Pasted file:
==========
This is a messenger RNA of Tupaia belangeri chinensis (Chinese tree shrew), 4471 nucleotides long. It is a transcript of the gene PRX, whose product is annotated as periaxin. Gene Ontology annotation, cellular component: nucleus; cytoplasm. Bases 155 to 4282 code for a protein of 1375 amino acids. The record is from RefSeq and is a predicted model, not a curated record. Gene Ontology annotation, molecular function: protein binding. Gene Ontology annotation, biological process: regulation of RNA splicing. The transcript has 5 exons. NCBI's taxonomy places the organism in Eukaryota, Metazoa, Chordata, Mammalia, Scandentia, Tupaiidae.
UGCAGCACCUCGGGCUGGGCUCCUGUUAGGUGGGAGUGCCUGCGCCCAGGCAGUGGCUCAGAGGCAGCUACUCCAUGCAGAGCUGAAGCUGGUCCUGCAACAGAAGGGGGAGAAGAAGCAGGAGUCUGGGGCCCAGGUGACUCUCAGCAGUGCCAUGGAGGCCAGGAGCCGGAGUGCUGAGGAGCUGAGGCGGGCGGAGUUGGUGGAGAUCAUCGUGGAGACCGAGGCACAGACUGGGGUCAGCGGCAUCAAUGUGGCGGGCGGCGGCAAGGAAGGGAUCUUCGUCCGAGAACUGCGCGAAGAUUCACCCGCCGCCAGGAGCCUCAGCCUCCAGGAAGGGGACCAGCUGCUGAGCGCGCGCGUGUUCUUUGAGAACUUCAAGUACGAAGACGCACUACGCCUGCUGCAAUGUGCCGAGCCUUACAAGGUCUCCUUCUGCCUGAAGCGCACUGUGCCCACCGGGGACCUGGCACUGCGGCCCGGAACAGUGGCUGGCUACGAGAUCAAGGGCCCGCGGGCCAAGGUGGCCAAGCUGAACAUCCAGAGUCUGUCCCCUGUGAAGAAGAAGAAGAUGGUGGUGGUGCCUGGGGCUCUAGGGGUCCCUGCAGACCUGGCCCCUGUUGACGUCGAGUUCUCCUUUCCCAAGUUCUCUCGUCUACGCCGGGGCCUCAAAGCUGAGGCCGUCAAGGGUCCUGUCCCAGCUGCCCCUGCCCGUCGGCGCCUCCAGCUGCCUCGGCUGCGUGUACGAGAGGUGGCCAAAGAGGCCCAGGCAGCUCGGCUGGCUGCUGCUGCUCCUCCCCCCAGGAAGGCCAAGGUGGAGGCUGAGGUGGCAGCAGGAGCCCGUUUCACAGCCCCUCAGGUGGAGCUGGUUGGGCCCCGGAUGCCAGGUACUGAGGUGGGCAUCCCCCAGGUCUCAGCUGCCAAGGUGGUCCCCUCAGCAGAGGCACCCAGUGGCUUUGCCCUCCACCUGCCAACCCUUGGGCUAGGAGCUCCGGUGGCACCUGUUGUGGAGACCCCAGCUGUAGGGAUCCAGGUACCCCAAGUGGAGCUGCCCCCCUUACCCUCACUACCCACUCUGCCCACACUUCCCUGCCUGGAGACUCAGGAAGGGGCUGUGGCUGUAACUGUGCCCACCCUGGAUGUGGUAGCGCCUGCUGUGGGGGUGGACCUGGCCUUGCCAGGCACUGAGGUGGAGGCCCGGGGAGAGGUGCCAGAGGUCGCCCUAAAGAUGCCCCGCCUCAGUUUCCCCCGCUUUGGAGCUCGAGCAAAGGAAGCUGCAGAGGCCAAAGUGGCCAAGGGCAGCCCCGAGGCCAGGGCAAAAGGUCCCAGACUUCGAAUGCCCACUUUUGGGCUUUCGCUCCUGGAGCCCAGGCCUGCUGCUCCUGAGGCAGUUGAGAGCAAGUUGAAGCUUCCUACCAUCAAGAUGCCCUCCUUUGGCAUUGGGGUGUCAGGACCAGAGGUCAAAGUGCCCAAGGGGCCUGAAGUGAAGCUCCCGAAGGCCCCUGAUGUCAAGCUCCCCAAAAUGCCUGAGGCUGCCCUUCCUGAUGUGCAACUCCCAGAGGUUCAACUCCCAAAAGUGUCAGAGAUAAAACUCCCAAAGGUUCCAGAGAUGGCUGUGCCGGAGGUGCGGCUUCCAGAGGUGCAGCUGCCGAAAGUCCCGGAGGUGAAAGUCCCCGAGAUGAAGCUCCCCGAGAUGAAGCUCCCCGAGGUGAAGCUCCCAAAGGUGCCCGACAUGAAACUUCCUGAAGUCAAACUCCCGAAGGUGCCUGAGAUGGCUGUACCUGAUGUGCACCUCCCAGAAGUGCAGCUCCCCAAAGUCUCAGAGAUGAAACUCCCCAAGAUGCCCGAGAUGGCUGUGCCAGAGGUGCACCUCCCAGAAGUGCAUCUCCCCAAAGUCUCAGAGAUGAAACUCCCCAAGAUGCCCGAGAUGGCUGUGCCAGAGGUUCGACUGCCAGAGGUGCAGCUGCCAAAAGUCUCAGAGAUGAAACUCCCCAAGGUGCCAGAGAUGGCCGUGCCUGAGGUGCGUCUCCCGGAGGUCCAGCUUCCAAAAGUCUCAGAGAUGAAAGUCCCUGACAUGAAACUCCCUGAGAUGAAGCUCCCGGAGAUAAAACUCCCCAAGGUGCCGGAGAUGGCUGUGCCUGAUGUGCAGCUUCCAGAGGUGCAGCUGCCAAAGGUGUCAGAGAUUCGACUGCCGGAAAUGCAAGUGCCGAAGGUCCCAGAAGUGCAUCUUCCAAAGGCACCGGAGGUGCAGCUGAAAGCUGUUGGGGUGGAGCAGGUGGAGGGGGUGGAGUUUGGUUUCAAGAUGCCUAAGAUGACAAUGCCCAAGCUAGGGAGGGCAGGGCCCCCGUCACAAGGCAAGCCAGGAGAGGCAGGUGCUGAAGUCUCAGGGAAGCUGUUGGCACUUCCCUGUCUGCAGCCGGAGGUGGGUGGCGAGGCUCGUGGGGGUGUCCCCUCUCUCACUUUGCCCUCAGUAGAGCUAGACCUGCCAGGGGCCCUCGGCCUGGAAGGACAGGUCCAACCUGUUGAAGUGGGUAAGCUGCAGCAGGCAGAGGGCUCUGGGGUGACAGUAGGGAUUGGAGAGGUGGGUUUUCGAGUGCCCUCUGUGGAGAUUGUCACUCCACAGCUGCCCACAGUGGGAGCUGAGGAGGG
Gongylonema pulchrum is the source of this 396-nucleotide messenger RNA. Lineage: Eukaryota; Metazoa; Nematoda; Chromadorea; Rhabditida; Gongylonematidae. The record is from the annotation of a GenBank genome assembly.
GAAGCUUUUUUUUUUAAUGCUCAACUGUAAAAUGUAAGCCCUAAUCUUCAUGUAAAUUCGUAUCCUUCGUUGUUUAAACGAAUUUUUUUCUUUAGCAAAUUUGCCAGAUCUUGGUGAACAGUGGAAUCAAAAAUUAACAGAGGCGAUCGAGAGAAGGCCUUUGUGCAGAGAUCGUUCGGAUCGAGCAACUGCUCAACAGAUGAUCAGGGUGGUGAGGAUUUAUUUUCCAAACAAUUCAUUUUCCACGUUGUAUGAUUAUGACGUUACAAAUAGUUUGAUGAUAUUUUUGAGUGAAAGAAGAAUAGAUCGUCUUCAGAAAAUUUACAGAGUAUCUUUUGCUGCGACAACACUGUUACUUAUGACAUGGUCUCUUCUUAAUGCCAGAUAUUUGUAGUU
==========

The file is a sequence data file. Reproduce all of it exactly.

This is a messenger RNA of Tupaia belangeri chinensis (Chinese tree shrew), 4471 nucleotides long. It is a transcript of the gene PRX, whose product is annotated as periaxin. Gene Ontology annotation, cellular component: nucleus; cytoplasm. Bases 155 to 4282 code for a protein of 1375 amino acids. The record is from RefSeq and is a predicted model, not a curated record. Gene Ontology annotation, molecular function: protein binding. Gene Ontology annotation, biological process: regulation of RNA splicing. The transcript has 5 exons. NCBI's taxonomy places the organism in Eukaryota, Metazoa, Chordata, Mammalia, Scandentia, Tupaiidae.
UGCAGCACCUCGGGCUGGGCUCCUGUUAGGUGGGAGUGCCUGCGCCCAGGCAGUGGCUCAGAGGCAGCUACUCCAUGCAGAGCUGAAGCUGGUCCUGCAACAGAAGGGGGAGAAGAAGCAGGAGUCUGGGGCCCAGGUGACUCUCAGCAGUGCCAUGGAGGCCAGGAGCCGGAGUGCUGAGGAGCUGAGGCGGGCGGAGUUGGUGGAGAUCAUCGUGGAGACCGAGGCACAGACUGGGGUCAGCGGCAUCAAUGUGGCGGGCGGCGGCAAGGAAGGGAUCUUCGUCCGAGAACUGCGCGAAGAUUCACCCGCCGCCAGGAGCCUCAGCCUCCAGGAAGGGGACCAGCUGCUGAGCGCGCGCGUGUUCUUUGAGAACUUCAAGUACGAAGACGCACUACGCCUGCUGCAAUGUGCCGAGCCUUACAAGGUCUCCUUCUGCCUGAAGCGCACUGUGCCCACCGGGGACCUGGCACUGCGGCCCGGAACAGUGGCUGGCUACGAGAUCAAGGGCCCGCGGGCCAAGGUGGCCAAGCUGAACAUCCAGAGUCUGUCCCCUGUGAAGAAGAAGAAGAUGGUGGUGGUGCCUGGGGCUCUAGGGGUCCCUGCAGACCUGGCCCCUGUUGACGUCGAGUUCUCCUUUCCCAAGUUCUCUCGUCUACGCCGGGGCCUCAAAGCUGAGGCCGUCAAGGGUCCUGUCCCAGCUGCCCCUGCCCGUCGGCGCCUCCAGCUGCCUCGGCUGCGUGUACGAGAGGUGGCCAAAGAGGCCCAGGCAGCUCGGCUGGCUGCUGCUGCUCCUCCCCCCAGGAAGGCCAAGGUGGAGGCUGAGGUGGCAGCAGGAGCCCGUUUCACAGCCCCUCAGGUGGAGCUGGUUGGGCCCCGGAUGCCAGGUACUGAGGUGGGCAUCCCCCAGGUCUCAGCUGCCAAGGUGGUCCCCUCAGCAGAGGCACCCAGUGGCUUUGCCCUCCACCUGCCAACCCUUGGGCUAGGAGCUCCGGUGGCACCUGUUGUGGAGACCCCAGCUGUAGGGAUCCAGGUACCCCAAGUGGAGCUGCCCCCCUUACCCUCACUACCCACUCUGCCCACACUUCCCUGCCUGGAGACUCAGGAAGGGGCUGUGGCUGUAACUGUGCCCACCCUGGAUGUGGUAGCGCCUGCUGUGGGGGUGGACCUGGCCUUGCCAGGCACUGAGGUGGAGGCCCGGGGAGAGGUGCCAGAGGUCGCCCUAAAGAUGCCCCGCCUCAGUUUCCCCCGCUUUGGAGCUCGAGCAAAGGAAGCUGCAGAGGCCAAAGUGGCCAAGGGCAGCCCCGAGGCCAGGGCAAAAGGUCCCAGACUUCGAAUGCCCACUUUUGGGCUUUCGCUCCUGGAGCCCAGGCCUGCUGCUCCUGAGGCAGUUGAGAGCAAGUUGAAGCUUCCUACCAUCAAGAUGCCCUCCUUUGGCAUUGGGGUGUCAGGACCAGAGGUCAAAGUGCCCAAGGGGCCUGAAGUGAAGCUCCCGAAGGCCCCUGAUGUCAAGCUCCCCAAAAUGCCUGAGGCUGCCCUUCCUGAUGUGCAACUCCCAGAGGUUCAACUCCCAAAAGUGUCAGAGAUAAAACUCCCAAAGGUUCCAGAGAUGGCUGUGCCGGAGGUGCGGCUUCCAGAGGUGCAGCUGCCGAAAGUCCCGGAGGUGAAAGUCCCCGAGAUGAAGCUCCCCGAGAUGAAGCUCCCCGAGGUGAAGCUCCCAAAGGUGCCCGACAUGAAACUUCCUGAAGUCAAACUCCCGAAGGUGCCUGAGAUGGCUGUACCUGAUGUGCACCUCCCAGAAGUGCAGCUCCCCAAAGUCUCAGAGAUGAAACUCCCCAAGAUGCCCGAGAUGGCUGUGCCAGAGGUGCACCUCCCAGAAGUGCAUCUCCCCAAAGUCUCAGAGAUGAAACUCCCCAAGAUGCCCGAGAUGGCUGUGCCAGAGGUUCGACUGCCAGAGGUGCAGCUGCCAAAAGUCUCAGAGAUGAAACUCCCCAAGGUGCCAGAGAUGGCCGUGCCUGAGGUGCGUCUCCCGGAGGUCCAGCUUCCAAAAGUCUCAGAGAUGAAAGUCCCUGACAUGAAACUCCCUGAGAUGAAGCUCCCGGAGAUAAAACUCCCCAAGGUGCCGGAGAUGGCUGUGCCUGAUGUGCAGCUUCCAGAGGUGCAGCUGCCAAAGGUGUCAGAGAUUCGACUGCCGGAAAUGCAAGUGCCGAAGGUCCCAGAAGUGCAUCUUCCAAAGGCACCGGAGGUGCAGCUGAAAGCUGUUGGGGUGGAGCAGGUGGAGGGGGUGGAGUUUGGUUUCAAGAUGCCUAAGAUGACAAUGCCCAAGCUAGGGAGGGCAGGGCCCCCGUCACAAGGCAAGCCAGGAGAGGCAGGUGCUGAAGUCUCAGGGAAGCUGUUGGCACUUCCCUGUCUGCAGCCGGAGGUGGGUGGCGAGGCUCGUGGGGGUGUCCCCUCUCUCACUUUGCCCUCAGUAGAGCUAGACCUGCCAGGGGCCCUCGGCCUGGAAGGACAGGUCCAACCUGUUGAAGUGGGUAAGCUGCAGCAGGCAGAGGGCUCUGGGGUGACAGUAGGGAUUGGAGAGGUGGGUUUUCGAGUGCCCUCUGUGGAGAUUGUCACUCCACAGCUGCCCACAGUGGGAGCUGAGGAGGG
Gongylonema pulchrum is the source of this 396-nucleotide messenger RNA. Lineage: Eukaryota; Metazoa; Nematoda; Chromadorea; Rhabditida; Gongylonematidae. The record is from the annotation of a GenBank genome assembly.
GAAGCUUUUUUUUUUAAUGCUCAACUGUAAAAUGUAAGCCCUAAUCUUCAUGUAAAUUCGUAUCCUUCGUUGUUUAAACGAAUUUUUUUCUUUAGCAAAUUUGCCAGAUCUUGGUGAACAGUGGAAUCAAAAAUUAACAGAGGCGAUCGAGAGAAGGCCUUUGUGCAGAGAUCGUUCGGAUCGAGCAACUGCUCAACAGAUGAUCAGGGUGGUGAGGAUUUAUUUUCCAAACAAUUCAUUUUCCACGUUGUAUGAUUAUGACGUUACAAAUAGUUUGAUGAUAUUUUUGAGUGAAAGAAGAAUAGAUCGUCUUCAGAAAAUUUACAGAGUAUCUUUUGCUGCGACAACACUGUUACUUAUGACAUGGUCUCUUCUUAAUGCCAGAUAUUUGUAGUU